This woman’s demonstrated life plan is that she chose whatever made her feel good from age 18-35+, and now wants to enter into a marriage some time after age 35. And what does marriage mean to her? Has she prioritized entering the traditional roles of wife and mother? Don’t listen to her words. Look at her actions. Her actions show that marriage and children were of NO importance to her. And her current approach to getting married and having kids is the same as ever – work out in order to look hot, and try to coerce a man who signs up for recreational sex with no commitment into becoming a man who makes a life-long commitment to provide for her and her children (which is the opposite of what he signed up for). She wants marriage now for the same reason that she’s wanted anything: for fun, thrills, adventure and to keep up with her girlfriends who are already married.

What kind of man should she have been pursuing from age 18 to 35, if she really wanted marriage and children? Well, the first thing to realize is that not all men want marriage. And the next thing to realize is that women who are serious about marriage need to focus ONLY on men who want to marry. All the men that the women quoted above wanted in her youth didn’t want to marry. They wanted premarital recreational sex with her, and that was fine with her – she chose them, and disregarded the men who were interested in marriage.

A man who was interested in marrying her would have:

  • ….told her no to sex before marriage (because the more sexual partners a woman has, the less happy she will be in marriage, and the more unstable her marriage will be).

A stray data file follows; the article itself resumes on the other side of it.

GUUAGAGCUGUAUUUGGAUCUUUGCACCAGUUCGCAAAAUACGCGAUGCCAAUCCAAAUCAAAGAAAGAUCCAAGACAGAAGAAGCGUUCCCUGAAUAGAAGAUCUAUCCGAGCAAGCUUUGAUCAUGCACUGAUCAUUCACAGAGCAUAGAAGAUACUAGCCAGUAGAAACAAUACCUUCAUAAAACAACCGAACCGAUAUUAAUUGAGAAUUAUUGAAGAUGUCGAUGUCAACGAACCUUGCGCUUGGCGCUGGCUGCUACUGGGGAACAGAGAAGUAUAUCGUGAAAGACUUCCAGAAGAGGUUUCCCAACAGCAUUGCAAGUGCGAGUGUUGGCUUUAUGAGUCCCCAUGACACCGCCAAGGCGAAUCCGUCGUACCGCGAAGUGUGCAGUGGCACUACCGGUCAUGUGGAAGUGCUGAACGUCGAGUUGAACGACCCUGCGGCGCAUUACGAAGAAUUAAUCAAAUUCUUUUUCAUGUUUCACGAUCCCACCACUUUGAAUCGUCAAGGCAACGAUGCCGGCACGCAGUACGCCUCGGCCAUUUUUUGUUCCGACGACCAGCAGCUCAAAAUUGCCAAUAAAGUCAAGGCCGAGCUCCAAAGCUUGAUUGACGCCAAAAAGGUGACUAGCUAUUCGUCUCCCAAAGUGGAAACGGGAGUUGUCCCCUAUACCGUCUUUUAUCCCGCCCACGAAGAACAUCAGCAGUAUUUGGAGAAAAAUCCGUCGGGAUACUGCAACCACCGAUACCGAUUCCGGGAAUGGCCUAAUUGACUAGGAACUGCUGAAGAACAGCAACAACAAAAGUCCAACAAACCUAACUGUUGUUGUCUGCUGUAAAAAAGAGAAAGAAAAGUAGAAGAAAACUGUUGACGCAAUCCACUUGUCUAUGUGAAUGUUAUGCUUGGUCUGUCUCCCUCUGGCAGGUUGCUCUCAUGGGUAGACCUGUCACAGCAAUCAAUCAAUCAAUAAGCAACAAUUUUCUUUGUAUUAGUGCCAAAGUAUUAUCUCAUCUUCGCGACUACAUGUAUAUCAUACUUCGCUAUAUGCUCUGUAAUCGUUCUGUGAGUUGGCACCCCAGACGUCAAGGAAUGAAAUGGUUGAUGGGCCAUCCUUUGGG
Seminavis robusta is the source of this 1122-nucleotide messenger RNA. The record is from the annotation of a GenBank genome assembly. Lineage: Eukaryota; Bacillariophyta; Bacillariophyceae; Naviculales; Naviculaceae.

• …led her to become better at being a wife and mother, by discouraging her thrill-seeking, traveling and wasteful spending, and instead encouraging her focus on a STEM education, career and getting debt-free.
  • …led her to develop a Christian worldview in which she would understand the importance of marriage and children, and learn to sacrifice her own interests to love and care for others.

Was she interested in getting ready for marriage? No. She never chose those marriage-minded men. She didn’t want to be a wife. The men she chose were chosen for fun, for thrills, and to show off their outward appearance to her girlfriends.

So, who are the men in this group of marriage-minded men? How do you recognize them? Marriage-minded men are interested in marriage because they want to lead a home. They will have invested a lot of time learning how to protect others, how to provide, and how to debate and lead on moral and spiritual issues. Marriage-minded men see the marriage enterprise as a way of advancing the causes that they care about most. Women who really want to get married will recognize those men, and pursue those men. And they’ll do it early, so that they can invest in their husbands early and be young enough to have children.